ST: It's essential to have excellent and comprehensive training in implant dentistry, and this should not only cover the techniques involved in the placement of an implant. The importance of prosthodontic guidance and correct restoration should not be underestimated, preserving natural teeth whenever possible, understanding the patient's medical and dental health, patient education in hygiene maintenance, and long-term maintenance.

Good training and mentoring are key to understanding all the parameters involved from a technical, functional, biological and mechanical point of view, ensuring longevity of our treatments and health of patients' teeth and restorations.

DDUJ: As it's not recognised as a specialty by the GDC, do you feel there's less information or support for those wishing to pursue this career route?

ST: I think so. Because there is not a specialised pathway, it can be daunting, and it can be difficult to choose the training programme that may suit you. It's also expensive and time demanding. Most courses do not have enough hands-on patient sessions to instil confidence in delegates to place implants or restore them independently.

A mentor role in this situation is often very useful to help establish confidence and develop fully one's skills, and this is where organisations like the BWSID comes in.

Having a mentor helps build confidence and allows your skills to develop in a positive way

DDUJ: Is there a disparity of female/male implant dentists, and do you see this mirrored in other areas?

ST: There is barely any research or any data to show numbers comparing men and women in implant dentistry. However, it's obvious by looking at attendees at conferences that there is a higher male attendance at any implant event or lecture. This is slowly changing, perhaps as more female dentists are qualifying; interestingly 63% of newly qualified dentists are female. Traditionally more women specialise in paediatric dentistry, orthodontics or periodontics, but there should be NO barriers to women in any area of dentistry!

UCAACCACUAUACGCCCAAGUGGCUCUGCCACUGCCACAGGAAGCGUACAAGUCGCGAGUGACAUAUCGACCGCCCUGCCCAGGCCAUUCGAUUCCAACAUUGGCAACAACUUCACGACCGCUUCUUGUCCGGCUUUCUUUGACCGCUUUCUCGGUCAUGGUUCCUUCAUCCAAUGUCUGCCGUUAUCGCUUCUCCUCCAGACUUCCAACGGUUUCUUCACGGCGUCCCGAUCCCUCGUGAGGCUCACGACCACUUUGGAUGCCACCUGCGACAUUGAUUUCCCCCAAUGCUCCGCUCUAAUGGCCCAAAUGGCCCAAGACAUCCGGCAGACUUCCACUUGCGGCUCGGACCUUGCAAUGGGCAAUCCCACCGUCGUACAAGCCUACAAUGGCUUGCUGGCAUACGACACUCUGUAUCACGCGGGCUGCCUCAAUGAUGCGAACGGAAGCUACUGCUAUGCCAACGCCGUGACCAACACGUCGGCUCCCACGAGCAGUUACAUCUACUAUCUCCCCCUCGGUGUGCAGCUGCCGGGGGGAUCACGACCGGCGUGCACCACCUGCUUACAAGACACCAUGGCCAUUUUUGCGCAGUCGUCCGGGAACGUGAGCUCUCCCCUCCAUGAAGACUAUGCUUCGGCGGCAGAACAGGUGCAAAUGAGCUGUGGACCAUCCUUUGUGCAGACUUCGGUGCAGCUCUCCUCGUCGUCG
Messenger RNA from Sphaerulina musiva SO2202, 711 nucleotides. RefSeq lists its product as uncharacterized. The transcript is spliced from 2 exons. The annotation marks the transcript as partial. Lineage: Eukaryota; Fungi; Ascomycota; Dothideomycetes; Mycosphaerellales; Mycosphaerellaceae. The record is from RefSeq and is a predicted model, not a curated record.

DDUJ: If there is a disparity, what do you feel accounts for it? Attitudes, work arrangements, lack of role models?

ST: The lack of female role models in implant dentistry has definitely had an impact. As implants are not on the undergraduate syllabus, to master the subject there needs to be time devoted to study, implement new skills, and as a young clinician, it can be challenging both financially and to combine it with a family.

DDUJ: How can dentists address these barriers, both as individuals and as a community of practitioners?

ST: As a community, the implant associations should include and encourage more female participants, include women on their boards, committees and make sure they are visible as lecturers at their conferences.

DDUJ: What would be your advice to those wanting to pursue a career in implant dentistry?

ST: A patient requiring an implant retained restoration wants to look good and function well. On the restorative side an understanding and experience in prosthodontics is paramount to succeeding. Do not underestimate the importance of tooth and arch form, occlusion, materials, impression taking, and so on.

For implant placement, experience in oral surgery and periodontics as well as a good understanding of the principles of implant restoration will set you on the right path. A structured two to -three year post-graduate training would be best to establish a good base. My master's degree in removable prosthetics was seemingly far removed from implant dentistry, but actually it is not possible to construct a large bridge and full arch reconstructions without a good knowledge of these principles. Whenever possible, spend time shadowing experienced implant dentists who can guide and inspire.

Best of all, find a mentor or a group, such as the BWSID with whom you can discuss your cases, treatment plan, treat initial cases together, and have an ongoing relationship to discuss concerns to help build up confidence as you progress.

DDUJ: …and to those already established in the field?

ST: Encourage those coming after you!


This article was correct at publication on 15/04/2020. It is intended as general guidance for members only. If you are a member and need specific advice relating to your own circumstances, please contact one of our advisers.